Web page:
My Uber Driver Takes Me to School on the Teacher Walkouts
I hopped into an Uber while jabbering into my phone. I was talking to some reporter or other for a wrap-up story on this spring’s teacher walkouts. The driver must’ve been listening a bit because, when I hung up, she abruptly asked, “What did you think about those teacher strikes?”
I said, “I’m sympathetic. Teachers don’t make a lot of money, and that’s especially true in the states where they walked out. And I’d like to see them paid more. But it seems like we should pay attention to the cost of their benefits and make sure the money is well spent. So I’m a little mixed.”
“Well, I’ll tell you what I think,” she said. “I think working stiffs deserve better, and I’m all for paying teachers more. Kids can be a trial, and I’m thankful for what teachers do. But that’s why I think they need to do the job they’re paid to do. I can’t believe all those teachers just walked away from their jobs. I’ve got three kids in school. If teachers had done that here, and I had to stay home to watch my babies, it would’ve cost me money I can’t afford to lose.”
“But you’ve got to remember,” I said, “that these teachers had been asking for raises for years and weren’t getting them. And these weren’t really strikes—most of the schools were closed by the superintendents, to keep things orderly and avoid having kids show up with no teachers around.”
She gave me a look through the rearview mirror. “That’s a whole lot of nonsense,” she said. “How would all those teachers like it if their baby was in a car accident and needed an ambulance, but no one came because the ambulance workers said, ‘We’re on a strike’? Or if their apartment was on fire and the firemen didn’t come because they were on strike? I don’t think they’d like it one bit.”
“But—” I said.
“And they wouldn’t like it any better,” she said, “if the hospital told them, ‘We’re canceling ambulance service today,’ instead of the ambulance workers just not showing up. Either way, the job isn’t getting done.”
She went on. “It sure seems to me like teachers get treated with kid gloves—like they’re fragile little angels who’ll break if you say the wrong thing to them. Here’s an example: I heard this thing on the radio the other day that teachers were angry that they spend money out-of-pocket on the job.”
“They do,” I said. “The news was reporting that teachers spend close to $500 a year out of their pockets. Though,” I conceded, “that’s probably an exaggeration.”
“This is what I’m saying,” she said. “If you heard about this on the radio, like I did, you’d think teachers were the only workers who go into their own pockets to pay for things. First off, I’m not sure I believe all those teachers are really spending $500 every year. I want to see some receipts.” She paused and gave me a wink. “Second, I don’t suppose that radio reporter ever talked to construction workers, nurses, drivers—lots of people shell out real money for work. But nobody plays sad songs for the rest of us.”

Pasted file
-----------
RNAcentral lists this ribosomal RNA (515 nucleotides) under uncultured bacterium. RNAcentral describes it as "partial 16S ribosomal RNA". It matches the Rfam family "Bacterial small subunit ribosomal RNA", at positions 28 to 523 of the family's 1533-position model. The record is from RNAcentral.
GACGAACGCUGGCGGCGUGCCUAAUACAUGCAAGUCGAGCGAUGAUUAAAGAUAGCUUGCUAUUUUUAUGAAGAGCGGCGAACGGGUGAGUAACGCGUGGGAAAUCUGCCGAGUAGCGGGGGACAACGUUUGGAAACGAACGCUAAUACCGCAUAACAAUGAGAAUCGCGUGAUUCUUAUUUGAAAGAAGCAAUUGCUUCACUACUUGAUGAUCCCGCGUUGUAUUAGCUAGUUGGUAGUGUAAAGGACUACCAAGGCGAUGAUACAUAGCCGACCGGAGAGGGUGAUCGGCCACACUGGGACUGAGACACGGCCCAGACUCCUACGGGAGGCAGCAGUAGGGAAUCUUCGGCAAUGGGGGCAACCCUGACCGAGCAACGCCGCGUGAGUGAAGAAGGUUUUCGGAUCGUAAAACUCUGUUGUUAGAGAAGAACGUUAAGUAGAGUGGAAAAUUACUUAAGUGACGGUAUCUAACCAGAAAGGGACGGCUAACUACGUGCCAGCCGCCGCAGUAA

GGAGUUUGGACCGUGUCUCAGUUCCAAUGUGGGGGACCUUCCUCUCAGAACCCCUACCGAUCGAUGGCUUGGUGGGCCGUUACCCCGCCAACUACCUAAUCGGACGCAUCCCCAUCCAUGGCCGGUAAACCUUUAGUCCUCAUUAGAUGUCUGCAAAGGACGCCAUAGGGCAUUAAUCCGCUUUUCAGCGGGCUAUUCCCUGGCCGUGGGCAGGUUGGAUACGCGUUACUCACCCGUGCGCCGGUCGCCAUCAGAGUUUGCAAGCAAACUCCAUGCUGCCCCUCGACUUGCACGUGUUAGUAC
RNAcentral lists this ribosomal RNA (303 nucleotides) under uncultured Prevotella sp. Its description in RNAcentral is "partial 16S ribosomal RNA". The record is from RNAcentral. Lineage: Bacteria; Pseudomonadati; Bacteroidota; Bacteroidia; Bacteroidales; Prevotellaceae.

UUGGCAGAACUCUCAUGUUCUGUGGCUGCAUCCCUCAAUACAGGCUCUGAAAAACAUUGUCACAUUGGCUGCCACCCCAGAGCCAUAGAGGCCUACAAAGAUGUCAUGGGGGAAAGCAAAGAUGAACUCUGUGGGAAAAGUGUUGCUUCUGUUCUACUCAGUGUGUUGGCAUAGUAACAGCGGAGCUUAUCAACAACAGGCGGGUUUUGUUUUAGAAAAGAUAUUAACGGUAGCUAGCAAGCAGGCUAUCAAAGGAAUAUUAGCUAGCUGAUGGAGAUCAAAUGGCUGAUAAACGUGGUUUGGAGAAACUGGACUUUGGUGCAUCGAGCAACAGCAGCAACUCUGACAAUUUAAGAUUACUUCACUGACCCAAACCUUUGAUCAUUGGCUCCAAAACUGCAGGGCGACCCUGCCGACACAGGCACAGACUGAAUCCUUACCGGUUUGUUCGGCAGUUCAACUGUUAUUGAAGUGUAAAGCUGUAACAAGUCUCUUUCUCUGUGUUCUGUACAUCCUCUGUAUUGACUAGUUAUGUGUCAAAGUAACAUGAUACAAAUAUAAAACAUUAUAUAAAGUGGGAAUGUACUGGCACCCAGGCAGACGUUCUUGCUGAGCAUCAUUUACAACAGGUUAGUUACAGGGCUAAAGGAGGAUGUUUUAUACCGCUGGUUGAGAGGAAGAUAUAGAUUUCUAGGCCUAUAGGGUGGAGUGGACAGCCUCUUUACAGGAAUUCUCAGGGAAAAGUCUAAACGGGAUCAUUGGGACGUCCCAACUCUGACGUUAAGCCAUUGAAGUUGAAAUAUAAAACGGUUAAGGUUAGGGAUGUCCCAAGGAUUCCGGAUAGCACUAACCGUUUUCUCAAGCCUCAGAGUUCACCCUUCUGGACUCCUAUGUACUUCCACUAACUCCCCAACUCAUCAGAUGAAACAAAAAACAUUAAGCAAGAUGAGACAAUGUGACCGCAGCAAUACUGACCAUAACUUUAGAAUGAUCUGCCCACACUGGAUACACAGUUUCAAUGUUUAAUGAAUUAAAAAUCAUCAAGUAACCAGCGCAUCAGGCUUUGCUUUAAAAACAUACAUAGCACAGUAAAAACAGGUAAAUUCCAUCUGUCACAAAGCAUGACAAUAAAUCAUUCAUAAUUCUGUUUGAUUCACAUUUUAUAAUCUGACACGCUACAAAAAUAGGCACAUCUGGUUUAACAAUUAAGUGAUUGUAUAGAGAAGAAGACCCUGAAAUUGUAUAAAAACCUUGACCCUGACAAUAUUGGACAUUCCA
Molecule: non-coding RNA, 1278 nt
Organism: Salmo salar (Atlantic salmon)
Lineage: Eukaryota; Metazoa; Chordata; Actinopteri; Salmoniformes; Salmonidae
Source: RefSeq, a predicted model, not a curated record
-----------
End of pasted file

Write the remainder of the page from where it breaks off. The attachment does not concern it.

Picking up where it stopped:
I said, “You obviously don’t spend much time around education, or else you’d know that what you’re saying is pretty tone-deaf. Teachers work hard at an important job. Quibbling about whether other people buy work supplies too, or precisely how much teachers spend, seems to be disrespectful. You know, it misses the larger point.”
This time she just laughed and shook her head at me. “You’ve got to be kidding me,” she said. “I mean, you can’t complain about spending a lot of money out-of-pocket for your job, and then get huffy if someone points out that you’re spending less than you said. And you sure can’t play like it’s such a big deal to dig into your pocket, and then say it doesn’t matter if lots of other folks do the same thing.”
“Whoa! It sounds like you really don’t like teachers,” I said.
She chuckled. “My husband’s a teacher, and so is my mom. I like them just fine. But I think teachers get treated with kid gloves a lot, and they’ve kind of gotten used to it. When you respect someone, you don’t treat them that way.”
She looked up. “We’re here,” she said.
I sat still for a moment. “What about—?” I said.
“Sorry, no time. I need to get rolling,” she said, tapping the clock in the car. “I’ve got to drive six more hours tonight to help pay for my daughter’s tutor. But go find my husband, he’s on summer vacation—he’s got some time on his hands.” And with that, she was off.
— Frederick Hess
Frederick Hess is director of education policy studies at AEI and an executive editor at Education Next.
This post originally appeared on Rick Hess Straight Up.